The unmanned aerial vehicle is one of an autonomous nature, so it’s only fitting that it should be produced through a technology that allows its creator great autonomy as well–in design, construction, manufacturing, and the ability to make tweaks–or reprint another when the previous one goes down. The bottom line is that it’s also an awful lot of fun for the hobbyist to be able to create something in their own workshop and then man it from the ground, controlling it as it takes to the sky.
Toby Lankford (also known as tlankford1) is doing all of this, but he has several unique things going on with his single construction, fully 3D printed aerial project, Icarus 3.0. One, he plans to catch some bad guys with it. Two, it will run on both solar power and hydrogen. Lastly, the project is in the running for winning the 2015 Hackaday Prize, as Lankford participates in the yearly challenge which asks inventors to be creative while solving a serious solution at the same time.
Lankford is no stranger to challenges or to being autonomous, so everything about this project is an intuitive fit for this independent and resourceful maker and tinkerer who has lived impressively off the grid for years now. A resident of Texas, his interests are in using his aerial and robotic creations to work toward creating better food growing and distribution systems, as well as using them in wildlife areas to deter and catch poachers.
“I work with civilian UAS and ground robotics across several fields from survey to anti-poaching. I like working in open sourced projects and contributing to overcome development and application challenges. We live completely off grid for over three years and our hackerspace and all we develop is off grid as well,” says Lankford.
His latest project, Icarus 3.0, will indeed also be released as an open-source design on Thingiverse, and should be of note to those interested in using 3D printing in combination with aerial engineering. Using dual extrusion and with the hinges built into the modular design, Lankford was able to fabricate the wings in one 3D print.
The 3D printed Icarus, capable of automated takeoff and landing, is stated to be the longest-flying plane under 5g, able to fly for up to twelve hours. It also has a number of other very notable features:
- Rapid payload and power switching
- Solar power as fuel, with alternate ability to use hydrogen
- Ability to fly long ranges of 200 km with endurance of 180 minutes
- Employment of ‘fire and forget’ autonomous mission from launch to recovery
As for ground control, the Icarus design supports several users and is cloud capable, as well as offering either a permanent or a portable station. It also includes antenna tracking, communications, and capability for swarm control.
Aside from the obvious innovative features already listed, what also makes this unique for helping to spot and catch poachers is the use of custom image recognition software and TCP/IP cloud control for observation or control from anywhere in the world. The camera equipment and sensors are obviously extremely important for this project in particular.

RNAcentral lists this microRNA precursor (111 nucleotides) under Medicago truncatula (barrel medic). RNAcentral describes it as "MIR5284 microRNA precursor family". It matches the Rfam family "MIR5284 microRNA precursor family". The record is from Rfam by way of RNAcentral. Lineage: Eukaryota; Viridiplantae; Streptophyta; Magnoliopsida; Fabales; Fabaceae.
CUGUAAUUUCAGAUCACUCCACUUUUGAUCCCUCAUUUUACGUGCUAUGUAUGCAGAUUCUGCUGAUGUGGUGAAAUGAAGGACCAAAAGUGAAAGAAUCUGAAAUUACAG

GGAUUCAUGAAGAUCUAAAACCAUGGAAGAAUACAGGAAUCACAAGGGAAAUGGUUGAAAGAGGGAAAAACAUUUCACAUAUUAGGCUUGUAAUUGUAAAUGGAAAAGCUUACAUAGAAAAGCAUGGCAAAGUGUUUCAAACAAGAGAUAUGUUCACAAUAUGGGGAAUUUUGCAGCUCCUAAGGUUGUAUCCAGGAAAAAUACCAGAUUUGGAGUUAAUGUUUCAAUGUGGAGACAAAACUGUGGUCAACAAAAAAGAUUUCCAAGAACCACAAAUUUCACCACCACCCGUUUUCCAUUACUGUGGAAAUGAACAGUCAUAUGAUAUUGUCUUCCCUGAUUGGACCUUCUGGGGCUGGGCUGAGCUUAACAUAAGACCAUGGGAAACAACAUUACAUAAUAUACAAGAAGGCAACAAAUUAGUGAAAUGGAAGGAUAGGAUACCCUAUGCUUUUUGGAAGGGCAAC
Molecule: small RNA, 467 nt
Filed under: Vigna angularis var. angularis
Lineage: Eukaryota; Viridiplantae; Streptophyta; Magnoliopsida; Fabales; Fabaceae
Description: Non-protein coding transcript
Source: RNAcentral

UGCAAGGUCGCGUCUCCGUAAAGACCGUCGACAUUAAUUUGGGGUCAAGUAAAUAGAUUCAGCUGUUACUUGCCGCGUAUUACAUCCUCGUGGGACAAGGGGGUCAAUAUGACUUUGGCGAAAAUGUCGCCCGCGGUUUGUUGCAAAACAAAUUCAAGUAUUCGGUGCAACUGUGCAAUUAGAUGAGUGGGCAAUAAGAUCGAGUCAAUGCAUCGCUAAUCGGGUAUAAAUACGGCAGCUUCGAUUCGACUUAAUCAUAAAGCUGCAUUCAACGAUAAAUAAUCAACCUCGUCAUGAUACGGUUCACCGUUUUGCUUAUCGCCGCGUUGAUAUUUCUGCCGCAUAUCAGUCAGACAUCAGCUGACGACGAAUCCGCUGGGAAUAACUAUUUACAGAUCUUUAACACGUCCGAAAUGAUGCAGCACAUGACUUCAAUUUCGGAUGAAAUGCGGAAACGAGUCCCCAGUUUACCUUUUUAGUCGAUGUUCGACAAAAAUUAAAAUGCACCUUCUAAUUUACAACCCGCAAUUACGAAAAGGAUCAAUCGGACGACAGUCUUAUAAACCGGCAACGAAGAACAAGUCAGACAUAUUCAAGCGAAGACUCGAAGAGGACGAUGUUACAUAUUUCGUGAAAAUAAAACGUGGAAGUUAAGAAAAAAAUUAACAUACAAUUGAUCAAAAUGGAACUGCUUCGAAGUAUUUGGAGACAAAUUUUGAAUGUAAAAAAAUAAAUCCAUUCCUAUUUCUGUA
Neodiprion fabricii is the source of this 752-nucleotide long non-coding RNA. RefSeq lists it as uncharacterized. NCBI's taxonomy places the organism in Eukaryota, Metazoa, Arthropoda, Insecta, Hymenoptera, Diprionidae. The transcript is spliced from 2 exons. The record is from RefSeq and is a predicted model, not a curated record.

Lankford is employing a LOKI sensor system with a brushless gimbal which is able to integrate board cameras weighing up to 150 grams. In this case, they used a 90-gram camera. Combined with the two-axis gimbal, that’s a total weight of 170 grams and a total diameter of 3.5 inches.
“We are able to use high end camera modules for thermal, multispectral, and visible light images and video,” says Lankford. “All camera modules are digitally connected and the plane of course communicates through a long range mesh network or GSM module, providing a live encrypted link.”
- (2) Odroid U3 – Unbuntu Linux based embedded processors
- (1) Range Video RVJET Flying Wing for air frame
- (1) Cyclops C UAV for air frame
- (2) Piksi RTK GPS – centimeter accurate RTK GPS
- (2) Pixhawk AP – autopilot
- (2) DroneDeploy cloud communications for mobile network communications
- (2) Iridium 9252 for satellite modem communications
- (2) Machine Vision USB camera for multispectral machine vision for ID software
- (2)Thermal imaging camera for machine vision for night ops
- (2) RFID
- (1) Flexible solar panel – Alta Devices GaAS Panels
Lankford’s very specific–and noble–goal is to see to see this 3D printed drone used as a bush plane to assist in stopping the poaching of both rhinos and elephants in Africa.
“I wanted to focus this year on promoting drones as a tool for social and environmental good. Poaching is an issue that presented itself as the most urgent. We are at extreme risk of driving rhinos and elephants into extinction in this decade,” says Lankford. “We hope that we can be part of that answer with our anti-poaching cloud swarm UAV system.”
Lankford encourages you not only to vote for the design if you like it, but also to try your hand at building the open-source design for this 3D printed drone.